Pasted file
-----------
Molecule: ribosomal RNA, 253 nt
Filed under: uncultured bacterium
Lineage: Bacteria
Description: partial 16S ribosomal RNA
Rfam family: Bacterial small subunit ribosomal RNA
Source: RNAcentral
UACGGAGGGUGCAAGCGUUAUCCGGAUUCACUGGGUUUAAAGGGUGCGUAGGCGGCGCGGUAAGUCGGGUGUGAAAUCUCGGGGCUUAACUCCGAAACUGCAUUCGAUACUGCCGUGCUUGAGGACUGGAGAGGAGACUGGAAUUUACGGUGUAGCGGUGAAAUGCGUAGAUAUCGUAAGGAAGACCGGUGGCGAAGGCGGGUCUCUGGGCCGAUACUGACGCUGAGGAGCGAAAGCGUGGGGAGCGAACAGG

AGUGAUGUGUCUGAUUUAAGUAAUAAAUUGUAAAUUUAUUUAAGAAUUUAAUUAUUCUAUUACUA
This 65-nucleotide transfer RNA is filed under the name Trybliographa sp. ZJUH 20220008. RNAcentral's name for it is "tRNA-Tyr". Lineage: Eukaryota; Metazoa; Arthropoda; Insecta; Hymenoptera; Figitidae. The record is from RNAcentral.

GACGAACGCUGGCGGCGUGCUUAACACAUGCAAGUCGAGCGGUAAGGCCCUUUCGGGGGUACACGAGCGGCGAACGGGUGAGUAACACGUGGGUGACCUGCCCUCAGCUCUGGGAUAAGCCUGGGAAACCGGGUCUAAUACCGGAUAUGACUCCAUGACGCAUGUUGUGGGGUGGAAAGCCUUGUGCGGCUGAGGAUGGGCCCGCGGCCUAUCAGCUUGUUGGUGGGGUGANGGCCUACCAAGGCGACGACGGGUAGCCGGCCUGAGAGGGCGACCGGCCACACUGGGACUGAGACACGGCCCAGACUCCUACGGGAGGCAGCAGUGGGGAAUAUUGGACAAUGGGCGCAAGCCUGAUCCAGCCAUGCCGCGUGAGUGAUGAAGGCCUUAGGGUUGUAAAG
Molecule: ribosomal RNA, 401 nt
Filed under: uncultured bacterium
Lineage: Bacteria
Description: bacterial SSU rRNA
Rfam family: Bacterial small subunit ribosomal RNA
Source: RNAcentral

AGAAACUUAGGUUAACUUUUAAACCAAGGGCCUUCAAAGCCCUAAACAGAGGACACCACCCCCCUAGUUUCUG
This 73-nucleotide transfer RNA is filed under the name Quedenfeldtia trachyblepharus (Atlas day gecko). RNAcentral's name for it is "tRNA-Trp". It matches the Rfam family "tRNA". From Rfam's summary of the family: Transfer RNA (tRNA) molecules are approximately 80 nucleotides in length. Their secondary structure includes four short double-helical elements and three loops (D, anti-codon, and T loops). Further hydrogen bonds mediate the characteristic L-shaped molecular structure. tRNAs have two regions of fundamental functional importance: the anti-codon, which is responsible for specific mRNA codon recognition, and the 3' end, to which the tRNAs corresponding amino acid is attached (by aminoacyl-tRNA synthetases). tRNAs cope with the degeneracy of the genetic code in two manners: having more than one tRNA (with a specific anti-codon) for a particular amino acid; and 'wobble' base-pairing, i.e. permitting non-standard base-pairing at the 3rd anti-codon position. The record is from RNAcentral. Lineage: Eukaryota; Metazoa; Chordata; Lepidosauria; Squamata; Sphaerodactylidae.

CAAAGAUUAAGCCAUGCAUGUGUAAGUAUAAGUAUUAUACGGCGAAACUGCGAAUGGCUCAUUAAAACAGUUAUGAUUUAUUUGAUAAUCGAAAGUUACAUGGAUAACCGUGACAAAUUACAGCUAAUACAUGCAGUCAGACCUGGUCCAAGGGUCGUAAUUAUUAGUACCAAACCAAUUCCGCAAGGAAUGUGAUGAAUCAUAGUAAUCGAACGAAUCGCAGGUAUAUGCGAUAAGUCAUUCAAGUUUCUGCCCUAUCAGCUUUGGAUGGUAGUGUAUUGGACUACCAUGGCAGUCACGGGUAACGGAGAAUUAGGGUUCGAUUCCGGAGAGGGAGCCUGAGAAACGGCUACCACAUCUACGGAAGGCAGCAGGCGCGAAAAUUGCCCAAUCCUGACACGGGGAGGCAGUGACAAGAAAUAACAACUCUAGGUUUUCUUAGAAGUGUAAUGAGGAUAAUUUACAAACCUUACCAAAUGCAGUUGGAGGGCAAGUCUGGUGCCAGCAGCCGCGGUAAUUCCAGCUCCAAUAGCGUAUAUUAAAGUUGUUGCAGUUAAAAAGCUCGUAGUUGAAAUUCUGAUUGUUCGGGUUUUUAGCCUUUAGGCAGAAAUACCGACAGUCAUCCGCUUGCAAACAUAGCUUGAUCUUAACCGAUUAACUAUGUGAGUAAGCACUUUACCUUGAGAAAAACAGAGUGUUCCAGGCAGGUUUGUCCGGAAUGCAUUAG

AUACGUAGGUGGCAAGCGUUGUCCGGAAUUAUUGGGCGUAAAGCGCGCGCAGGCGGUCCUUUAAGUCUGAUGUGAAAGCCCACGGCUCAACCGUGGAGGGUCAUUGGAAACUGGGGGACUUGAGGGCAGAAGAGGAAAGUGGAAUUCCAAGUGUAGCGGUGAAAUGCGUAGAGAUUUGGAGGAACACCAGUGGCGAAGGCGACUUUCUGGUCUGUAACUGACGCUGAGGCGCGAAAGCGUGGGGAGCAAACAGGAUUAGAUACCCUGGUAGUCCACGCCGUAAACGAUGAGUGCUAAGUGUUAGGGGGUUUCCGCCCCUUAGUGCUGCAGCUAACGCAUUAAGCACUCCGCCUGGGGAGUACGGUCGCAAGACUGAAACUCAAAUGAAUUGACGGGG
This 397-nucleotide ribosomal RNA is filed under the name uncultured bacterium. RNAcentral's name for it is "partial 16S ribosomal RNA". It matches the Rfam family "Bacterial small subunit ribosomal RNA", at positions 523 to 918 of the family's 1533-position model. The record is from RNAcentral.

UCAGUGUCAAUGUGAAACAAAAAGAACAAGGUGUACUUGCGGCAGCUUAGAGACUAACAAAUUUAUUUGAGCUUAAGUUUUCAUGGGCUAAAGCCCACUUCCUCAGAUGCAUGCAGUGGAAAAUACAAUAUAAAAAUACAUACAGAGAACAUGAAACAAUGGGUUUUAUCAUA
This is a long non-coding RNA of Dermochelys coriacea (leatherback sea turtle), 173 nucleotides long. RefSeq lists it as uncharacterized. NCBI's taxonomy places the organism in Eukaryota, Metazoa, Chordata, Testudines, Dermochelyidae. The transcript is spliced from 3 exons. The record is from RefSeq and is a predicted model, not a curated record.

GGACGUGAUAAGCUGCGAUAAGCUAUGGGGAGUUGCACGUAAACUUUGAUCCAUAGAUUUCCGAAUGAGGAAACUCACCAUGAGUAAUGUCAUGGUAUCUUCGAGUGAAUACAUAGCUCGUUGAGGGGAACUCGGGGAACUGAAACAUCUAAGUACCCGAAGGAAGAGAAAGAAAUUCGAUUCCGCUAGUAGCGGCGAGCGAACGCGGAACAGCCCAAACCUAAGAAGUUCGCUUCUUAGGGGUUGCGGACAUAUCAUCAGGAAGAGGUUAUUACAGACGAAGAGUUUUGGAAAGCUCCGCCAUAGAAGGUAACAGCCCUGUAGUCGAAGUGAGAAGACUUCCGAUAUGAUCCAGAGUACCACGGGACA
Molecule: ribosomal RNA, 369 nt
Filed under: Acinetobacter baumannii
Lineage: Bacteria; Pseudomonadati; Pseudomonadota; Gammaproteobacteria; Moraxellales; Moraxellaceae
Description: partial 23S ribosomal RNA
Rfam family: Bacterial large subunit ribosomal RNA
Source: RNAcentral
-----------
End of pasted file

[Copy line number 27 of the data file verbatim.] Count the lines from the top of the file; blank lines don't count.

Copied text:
Lineage: Bacteria; Pseudomonadati; Pseudomonadota; Gammaproteobacteria; Moraxellales; Moraxellaceae